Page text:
There is no reference to Temporary Immovable Obstructions (TIOs) in the 34 Rules of Golf, but this Definition appears in Appendix L, Part A;
A temporary immovable obstruction (TIO) is a non-permanent artificial object that is often erected in conjunction with a competition and is fixed or not readily movable. Examples of TIOs include, but are not limited to, tents, scoreboards, grandstands, television towers and lavatories.
Supporting guy wires are part of the TIO, unless the Committee declares that they are to be treated as elevated power lines or cables.
So, it was unusual to see a natural obstruction being defined as a TIO during the LPGA’s first major at Mission Hills Country Club, California at the end of March. A large tree on the 9th hole had been uprooted during a vicious wind storm on the first day. It was too large to be quickly removed, but was lying in a position where it was likely to interfere with play. I am sure that the Committee considered declaring the area around the tree as ground under repair, but judged that this would provide insufficient relief from this large obstruction that is obviously not meant to be a feature of the course. By declaring the fallen tree to be a TIO players could take line of play relief from it, which seems equitable in the circumstances, where some players had played this hole before the storm started. On refection, the fallen tree was temporary (it was going to be removed after the round), it was immovable (it would have required several persons to move it out of the way) and it was an obstruction (in the strict, ‘non-Rules' meaning of the word), so in the circumstances I think that the Committee made the right decision.
Moving the Location of a Hole during Masters 2017:
There was an interesting and pretty rare occurrence during the final day of the Masters last week. On the 5th hole Russell Henley hit a stunning second shot that slam-dunked into the hole for eagle, causing material damage to the lip. The damage was so severe that Augusta National’s grounds crew were unable to fix it satisfactorily for the players who were following.
It is this Exception to Rule 33-2b that permits a Committee to cut a new hole for one that has been severely damaged during play of a round;
When it is impossible for a damaged hole to be repaired so that it conforms with the Definition, the Committee may make a new hole in a nearby similar position.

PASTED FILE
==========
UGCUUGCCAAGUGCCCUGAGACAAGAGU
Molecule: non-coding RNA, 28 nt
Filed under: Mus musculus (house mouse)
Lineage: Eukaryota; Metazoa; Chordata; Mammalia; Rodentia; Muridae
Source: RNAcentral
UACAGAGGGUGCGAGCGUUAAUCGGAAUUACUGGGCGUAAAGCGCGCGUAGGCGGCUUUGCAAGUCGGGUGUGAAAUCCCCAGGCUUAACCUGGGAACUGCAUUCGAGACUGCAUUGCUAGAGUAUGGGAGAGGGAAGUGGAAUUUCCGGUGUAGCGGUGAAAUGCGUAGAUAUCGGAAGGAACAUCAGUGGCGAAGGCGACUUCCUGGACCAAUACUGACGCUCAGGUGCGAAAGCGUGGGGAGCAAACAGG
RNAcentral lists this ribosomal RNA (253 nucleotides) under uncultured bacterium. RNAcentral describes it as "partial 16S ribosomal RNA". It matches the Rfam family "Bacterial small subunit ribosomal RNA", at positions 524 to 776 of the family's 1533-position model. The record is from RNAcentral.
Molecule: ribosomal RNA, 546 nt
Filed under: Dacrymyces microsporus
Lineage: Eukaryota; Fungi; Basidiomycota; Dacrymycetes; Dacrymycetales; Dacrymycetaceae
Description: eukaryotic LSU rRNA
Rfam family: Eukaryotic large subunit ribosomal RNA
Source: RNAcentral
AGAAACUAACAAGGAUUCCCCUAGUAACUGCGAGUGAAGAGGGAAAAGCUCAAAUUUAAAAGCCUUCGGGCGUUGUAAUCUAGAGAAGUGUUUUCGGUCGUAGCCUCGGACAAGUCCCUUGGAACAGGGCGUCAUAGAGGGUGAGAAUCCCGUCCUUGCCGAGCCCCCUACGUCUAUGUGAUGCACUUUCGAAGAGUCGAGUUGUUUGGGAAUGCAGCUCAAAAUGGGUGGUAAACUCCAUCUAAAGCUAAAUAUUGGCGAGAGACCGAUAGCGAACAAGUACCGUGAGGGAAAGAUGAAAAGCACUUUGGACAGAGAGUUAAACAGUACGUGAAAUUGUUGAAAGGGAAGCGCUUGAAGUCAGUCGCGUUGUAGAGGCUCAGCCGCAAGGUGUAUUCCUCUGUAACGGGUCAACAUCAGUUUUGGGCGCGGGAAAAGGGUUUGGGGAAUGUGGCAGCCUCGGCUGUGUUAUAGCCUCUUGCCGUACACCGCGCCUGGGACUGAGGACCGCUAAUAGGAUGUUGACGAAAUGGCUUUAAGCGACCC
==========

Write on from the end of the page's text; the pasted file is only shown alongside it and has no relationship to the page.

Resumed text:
So, the efficient Augusta National greenkeepers re-cut a new hole and filled in the old one in less than 5 minutes after arriving on the putting green, allowing play to continue.
Obviously there are no greenkeepers on hand to repair, or re-locate holes during the large majority of competitive stroke play rounds. In this case Decision 16-1a/6 is relevant;
Q. Prior to putting, a player discovers that the hole has been damaged. What is the proper procedure?
A. If the damage is not clearly identifiable as a ball mark, then:
(a) If the damage is such that the proper dimensions of the hole have not been changed materially, the player should continue play without repairing the hole. If he touches the hole in such circumstances, a breach of Rule 16-1a occurs.
(b) If the proper dimensions of the hole have been changed materially, the player should request the Committee to have the hole repaired. If a member of the Committee is not readily available, the player may repair the damage, without penalty.
If a player repairs a materially damaged hole when a member of the Committee is readily available, he incurs a penalty for a breach of Rule 16-1a.
Name and Date on a Score Card:
Most golfers that have served on a Golf Committee will know that part of Rule 33-5 states that in stroke play competitions, the Committee must provide each competitor with a score card containing the date and the competitor's name(s). However, this does not always happen in smaller Clubs and Societies, where players are expected to complete these details on their score card before commencing their round, and perhaps also record their entry on a competitions book, or computer, designated for that purpose. The question then arises as to whether a player should be disqualified for returning a score card that does not contain their legible name, and/or the date of the competition.
Of course, the players score card must be signed before it is returned. Decision 6-6b/2 clarifies that it may be signed, or initialled, in a place other than the signature box, provided it is clear from all the evidence that the competitor (and the marker) is doing so for the purpose of verifying their scores for all of the holes.
Note that a Committee may not, as a condition of competition, require that competitors enter their scores into a computer and so players cannot be penalised for failing to do so (Decision 6-6b/8). However, a Committee may introduce a ‘club regulation’ to this effect and provide disciplinary sanctions, such as ruling that a player is ineligible to play in the next club competition for failure to enter their scores in a computer provided for this purpose.
Unusual Tee Shot:
Question: Does a ball played from within the teeing ground have to pass between the tee markers.
Answer: No, provided the ball is teed within rectangular area two club-lengths in depth, the front and the sides of which are defined by the outside limits of two tee-markers, it may be played in any direction and does not have to pass between the tee-markers.
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